Searching over 5,500,000 cases.


searching
Buy This Entire Record For $7.95

Download the entire decision to receive the complete text, official citation,
docket number, dissents and concurrences, and footnotes for this case.

Learn more about what you receive with purchase of this case.

People v. Zadran

Supreme Court of Colorado, En Banc

December 9, 2013

The PEOPLE of the State of Colorado, Plaintiff-Appellant
v.
Khaled ZADRAN, Defendant-Appellee.

As Modified December 12, 2013.

Page 831

Interlocutory Appeal from the District Court, Arapahoe County District Court Case No. 13CR164, Honorable Christopher C. Cross, Judge.

Attorneys for Plaintiff-Appellant: George H. Brauchler, District Attorney, Eighteenth Judicial District, L. Andrew Cooper, Chief Deputy District Attorney, Centennial, Colorado.

Attorneys for Defendant-Appellee: Douglas K. Wilson, Public Defender, Jessica Enggasser, Deputy State Public Defender, Centennial, Colorado.

OPINION

HOBBS, JUSTICE.

¶ 1 The prosecution brings this interlocutory appeal challenging the Arapahoe County District Court's suppression of Khaled Zadran's statements, which were obtained through a custodial interrogation at the Aurora

Page 832

Detention Center on January 23, 2013.[1] The police arrested and interrogated Zadran in the course of an investigation of a suspected drug dealer. At issue here is whether the police officer who interrogated Zadran engaged in coercive conduct sufficient to render Zadran' s inculpatory statements involuntary. The trial court found that Officer Wheelis, the interrogating officer, made improper implied promises and had a generally coercive demeanor. Thus, the trial court concluded that all of Zadran's statements at the Aurora Detention Center were involuntary and inadmissible. We hold, under the totality of the circumstances, that the interrogation at the Aurora Detention Center was not coercive and the statements were voluntary. Accordingly, we reverse the trial court's suppression order.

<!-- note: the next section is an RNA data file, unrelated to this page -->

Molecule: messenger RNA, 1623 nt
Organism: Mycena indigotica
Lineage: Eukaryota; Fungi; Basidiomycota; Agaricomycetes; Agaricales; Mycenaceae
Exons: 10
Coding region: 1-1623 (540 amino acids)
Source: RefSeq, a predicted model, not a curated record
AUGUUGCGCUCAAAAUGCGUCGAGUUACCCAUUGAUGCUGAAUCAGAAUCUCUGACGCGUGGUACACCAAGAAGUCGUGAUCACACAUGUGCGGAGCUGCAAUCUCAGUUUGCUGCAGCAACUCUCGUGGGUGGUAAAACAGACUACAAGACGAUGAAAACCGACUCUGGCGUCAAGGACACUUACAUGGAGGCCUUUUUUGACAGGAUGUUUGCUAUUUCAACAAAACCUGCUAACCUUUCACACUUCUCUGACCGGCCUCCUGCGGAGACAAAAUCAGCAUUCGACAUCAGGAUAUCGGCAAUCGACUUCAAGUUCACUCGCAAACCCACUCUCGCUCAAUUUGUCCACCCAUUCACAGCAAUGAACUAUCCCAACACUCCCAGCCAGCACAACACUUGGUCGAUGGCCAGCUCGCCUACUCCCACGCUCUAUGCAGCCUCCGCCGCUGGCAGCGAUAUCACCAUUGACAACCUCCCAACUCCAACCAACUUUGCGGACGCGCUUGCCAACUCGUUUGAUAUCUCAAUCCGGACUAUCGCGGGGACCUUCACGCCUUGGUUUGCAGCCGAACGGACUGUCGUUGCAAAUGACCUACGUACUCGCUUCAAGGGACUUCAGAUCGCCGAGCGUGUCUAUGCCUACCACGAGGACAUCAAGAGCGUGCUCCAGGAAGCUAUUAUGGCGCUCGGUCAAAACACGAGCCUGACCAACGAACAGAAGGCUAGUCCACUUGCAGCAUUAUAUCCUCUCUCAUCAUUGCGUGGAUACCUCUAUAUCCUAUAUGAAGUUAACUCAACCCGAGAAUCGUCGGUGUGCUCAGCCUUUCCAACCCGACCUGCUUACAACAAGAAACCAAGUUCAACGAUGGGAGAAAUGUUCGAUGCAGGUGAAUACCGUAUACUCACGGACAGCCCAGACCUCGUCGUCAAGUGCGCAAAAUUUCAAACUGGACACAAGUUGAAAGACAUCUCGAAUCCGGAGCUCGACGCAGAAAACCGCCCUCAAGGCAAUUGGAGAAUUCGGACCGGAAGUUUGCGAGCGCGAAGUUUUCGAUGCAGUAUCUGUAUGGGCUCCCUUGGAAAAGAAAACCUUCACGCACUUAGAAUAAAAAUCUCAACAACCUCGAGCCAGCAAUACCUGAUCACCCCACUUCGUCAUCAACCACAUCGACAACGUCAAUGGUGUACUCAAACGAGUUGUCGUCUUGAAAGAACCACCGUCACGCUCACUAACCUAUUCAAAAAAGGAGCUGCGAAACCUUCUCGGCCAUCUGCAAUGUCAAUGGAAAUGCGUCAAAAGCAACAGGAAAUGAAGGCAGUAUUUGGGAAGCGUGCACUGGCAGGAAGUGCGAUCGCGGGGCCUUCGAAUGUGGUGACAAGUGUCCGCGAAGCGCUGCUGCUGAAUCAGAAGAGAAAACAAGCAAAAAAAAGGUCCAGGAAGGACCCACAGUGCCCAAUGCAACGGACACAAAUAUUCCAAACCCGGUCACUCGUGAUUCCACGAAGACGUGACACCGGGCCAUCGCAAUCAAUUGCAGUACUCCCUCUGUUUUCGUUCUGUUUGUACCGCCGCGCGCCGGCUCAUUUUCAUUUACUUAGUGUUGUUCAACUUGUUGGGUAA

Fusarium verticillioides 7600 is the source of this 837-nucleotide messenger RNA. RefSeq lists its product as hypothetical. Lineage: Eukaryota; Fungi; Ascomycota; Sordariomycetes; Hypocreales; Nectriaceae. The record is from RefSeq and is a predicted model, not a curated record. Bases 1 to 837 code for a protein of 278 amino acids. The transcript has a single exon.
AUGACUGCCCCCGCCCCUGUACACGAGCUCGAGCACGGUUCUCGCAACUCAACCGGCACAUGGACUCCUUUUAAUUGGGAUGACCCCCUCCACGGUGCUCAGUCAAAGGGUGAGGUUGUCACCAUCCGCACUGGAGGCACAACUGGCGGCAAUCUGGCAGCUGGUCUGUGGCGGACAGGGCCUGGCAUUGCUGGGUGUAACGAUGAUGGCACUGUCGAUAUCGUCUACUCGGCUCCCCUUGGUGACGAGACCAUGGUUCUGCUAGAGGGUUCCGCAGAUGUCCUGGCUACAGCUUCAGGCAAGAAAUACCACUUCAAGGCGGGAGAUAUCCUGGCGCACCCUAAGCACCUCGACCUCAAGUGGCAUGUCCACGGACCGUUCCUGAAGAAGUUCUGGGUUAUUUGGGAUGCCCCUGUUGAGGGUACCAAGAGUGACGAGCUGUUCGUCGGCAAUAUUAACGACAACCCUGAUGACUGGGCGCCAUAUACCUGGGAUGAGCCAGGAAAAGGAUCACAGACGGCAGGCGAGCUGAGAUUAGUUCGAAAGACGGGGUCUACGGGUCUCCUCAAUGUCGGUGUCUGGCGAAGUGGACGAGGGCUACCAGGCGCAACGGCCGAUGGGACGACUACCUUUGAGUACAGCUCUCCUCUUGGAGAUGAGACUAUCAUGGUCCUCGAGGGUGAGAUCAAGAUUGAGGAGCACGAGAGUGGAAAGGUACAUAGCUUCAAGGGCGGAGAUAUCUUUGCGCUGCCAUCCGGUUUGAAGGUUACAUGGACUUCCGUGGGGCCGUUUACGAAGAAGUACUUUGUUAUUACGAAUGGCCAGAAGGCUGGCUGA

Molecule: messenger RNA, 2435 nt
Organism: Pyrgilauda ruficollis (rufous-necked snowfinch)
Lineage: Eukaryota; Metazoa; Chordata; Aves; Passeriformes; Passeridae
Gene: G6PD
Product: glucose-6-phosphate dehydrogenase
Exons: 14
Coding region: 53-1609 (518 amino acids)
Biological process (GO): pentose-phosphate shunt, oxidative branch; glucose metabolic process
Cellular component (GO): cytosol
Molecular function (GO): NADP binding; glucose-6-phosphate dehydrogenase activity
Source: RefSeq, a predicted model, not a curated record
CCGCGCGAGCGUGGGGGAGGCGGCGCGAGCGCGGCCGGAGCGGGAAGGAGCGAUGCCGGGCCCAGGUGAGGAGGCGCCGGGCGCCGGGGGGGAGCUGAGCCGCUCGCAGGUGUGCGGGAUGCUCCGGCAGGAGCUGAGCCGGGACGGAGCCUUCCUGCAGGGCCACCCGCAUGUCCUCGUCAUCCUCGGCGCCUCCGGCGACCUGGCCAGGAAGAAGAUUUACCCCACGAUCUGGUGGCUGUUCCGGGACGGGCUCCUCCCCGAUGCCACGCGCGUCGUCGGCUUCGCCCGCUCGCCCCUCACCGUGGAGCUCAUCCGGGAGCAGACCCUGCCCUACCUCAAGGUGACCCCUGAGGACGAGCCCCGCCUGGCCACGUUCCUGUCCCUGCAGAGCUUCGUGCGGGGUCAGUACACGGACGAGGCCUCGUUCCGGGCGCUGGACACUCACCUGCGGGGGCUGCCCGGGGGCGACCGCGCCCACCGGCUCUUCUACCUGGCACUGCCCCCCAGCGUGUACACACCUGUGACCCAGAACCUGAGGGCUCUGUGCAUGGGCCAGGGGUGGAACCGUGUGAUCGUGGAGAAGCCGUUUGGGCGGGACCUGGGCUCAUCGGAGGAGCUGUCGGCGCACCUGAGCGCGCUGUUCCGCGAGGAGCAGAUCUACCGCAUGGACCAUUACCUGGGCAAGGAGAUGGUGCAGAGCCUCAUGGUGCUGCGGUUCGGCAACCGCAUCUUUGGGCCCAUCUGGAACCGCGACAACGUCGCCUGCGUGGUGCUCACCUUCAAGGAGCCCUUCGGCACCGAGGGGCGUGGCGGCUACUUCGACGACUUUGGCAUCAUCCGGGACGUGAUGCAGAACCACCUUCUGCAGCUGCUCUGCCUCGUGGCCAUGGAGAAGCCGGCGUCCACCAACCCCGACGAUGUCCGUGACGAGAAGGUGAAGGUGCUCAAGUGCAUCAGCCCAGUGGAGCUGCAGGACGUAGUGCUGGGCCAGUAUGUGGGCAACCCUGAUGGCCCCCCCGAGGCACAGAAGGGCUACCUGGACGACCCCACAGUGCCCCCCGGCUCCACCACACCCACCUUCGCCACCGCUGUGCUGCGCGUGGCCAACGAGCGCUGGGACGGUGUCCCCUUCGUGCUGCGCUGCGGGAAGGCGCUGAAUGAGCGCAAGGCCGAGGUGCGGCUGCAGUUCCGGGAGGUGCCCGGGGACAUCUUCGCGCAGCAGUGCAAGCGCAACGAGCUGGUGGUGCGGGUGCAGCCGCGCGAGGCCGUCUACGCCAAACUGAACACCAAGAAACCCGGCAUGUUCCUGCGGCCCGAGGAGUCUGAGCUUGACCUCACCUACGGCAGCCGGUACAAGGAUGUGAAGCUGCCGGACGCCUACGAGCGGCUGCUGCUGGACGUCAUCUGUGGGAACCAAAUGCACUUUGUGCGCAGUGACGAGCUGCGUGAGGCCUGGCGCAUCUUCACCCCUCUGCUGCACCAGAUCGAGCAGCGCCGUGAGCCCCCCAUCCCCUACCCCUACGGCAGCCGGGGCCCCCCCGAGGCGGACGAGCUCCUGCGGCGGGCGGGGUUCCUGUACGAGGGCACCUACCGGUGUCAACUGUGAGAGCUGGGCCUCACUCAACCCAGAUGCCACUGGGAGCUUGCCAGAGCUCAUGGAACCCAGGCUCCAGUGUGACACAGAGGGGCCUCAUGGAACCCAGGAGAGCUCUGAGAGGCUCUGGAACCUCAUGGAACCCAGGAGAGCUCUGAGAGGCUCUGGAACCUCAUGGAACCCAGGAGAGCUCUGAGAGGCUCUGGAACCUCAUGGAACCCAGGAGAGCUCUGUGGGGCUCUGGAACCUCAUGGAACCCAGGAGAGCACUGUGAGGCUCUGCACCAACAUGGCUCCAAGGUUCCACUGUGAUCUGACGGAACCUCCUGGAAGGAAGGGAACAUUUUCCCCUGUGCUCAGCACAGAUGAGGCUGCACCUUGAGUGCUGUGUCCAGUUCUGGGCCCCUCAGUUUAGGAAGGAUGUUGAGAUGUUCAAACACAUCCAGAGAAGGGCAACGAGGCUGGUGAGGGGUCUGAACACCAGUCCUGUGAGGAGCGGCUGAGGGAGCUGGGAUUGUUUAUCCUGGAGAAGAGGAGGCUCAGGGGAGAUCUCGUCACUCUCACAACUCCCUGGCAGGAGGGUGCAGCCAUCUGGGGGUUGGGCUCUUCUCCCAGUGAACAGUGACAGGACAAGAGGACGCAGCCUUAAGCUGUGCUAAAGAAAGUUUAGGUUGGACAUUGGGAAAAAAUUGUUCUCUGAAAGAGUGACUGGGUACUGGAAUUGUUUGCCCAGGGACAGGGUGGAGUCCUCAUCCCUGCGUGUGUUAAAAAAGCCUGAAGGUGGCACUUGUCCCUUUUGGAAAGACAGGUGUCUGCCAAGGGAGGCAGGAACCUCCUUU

I.

¶ 2 In May 2012, the Aurora Police Department began investigating an individual suspected of selling marijuana to high school students. During the investigation, the police found a phone number they suspected belonged to the individual selling marijuana. By conducting a " reverse phone look up," the police were able to find a name, picture, and address associated with the phone number. This information all pointed to Zadran. Based on that information, on January 23, 2013, the police began surveillance of the address. During the surveillance, the police saw a person, who matched the picture from the " reverse phone look up," exit the home and drive away in a silver Infinity vehicle. Over a span of forty minutes, the police saw the driver of the Infinity conduct what they suspected to be multiple drug deals. The police stopped the silver Infinity for a traffic violation. Zadran was the person driving the car. He consented to a search of his vehicle and stood off to the side of the vehicle, not in handcuffs, while the police searched the car. During the search, the police found a scale, a medical marijuana card, and some marijuana residue called " shake."

¶ 3 The police searched Zadran's person, arrested him, and transported him to the Aurora Detention Center. The police found roughly $900 in cash and numerous medical marijuana coupons on Zadran. Officer Ellison testified that while he transported Zadran to the detention center, Zadran seemed relaxed. He asked Ellison whether he was under arrest, and Ellison told him he was under arrest for the distribution of narcotics.

¶ 4 At the Aurora Detention Center, Officer Wheelis conducted a custodial interrogation of Zadran. Before advising Zadran of his Miranda rights, Wheelis said,

I'm just telling you what I'm going to talk to you about. I think it would be in your best interest to talk to me. I think you are going to be interested in some of the things that I already know. You don't have to talk to me. I'm going to advise you of your rights. I'm going to let you read this form, sign it, and you can [ ] talk to me. You don't have to.

Zadran then signed a Miranda waiver and consented to answering questions. Wheelis said, " You may stop answering at any time, if you like. We'll have a little conversation." Zadran did not ask for a lawyer. Wheelis proceeded to ask Zadran questions about his involvement in selling marijuana to high school students.

¶ 5 During the custodial interrogation, Zadran made numerous inculpatory statements to Wheelis. For example, he admitted that he had been selling marijuana for several months. The tone of the interrogation was conversational, Wheelis placed very little pressure on Zadran, and Zadran answered questions in a calm and clear manner. Wheelis attempted to obtain Zadran's consent to search his bedroom at Zadran' s parent's house. Toward the end of the exchange, Wheelis said, " I'm telling you, you want to get ahead of this. You want to make things right. You want a positive outcome from this. I'm trying ...


Buy This Entire Record For $7.95

Download the entire decision to receive the complete text, official citation,
docket number, dissents and concurrences, and footnotes for this case.

Learn more about what you receive with purchase of this case.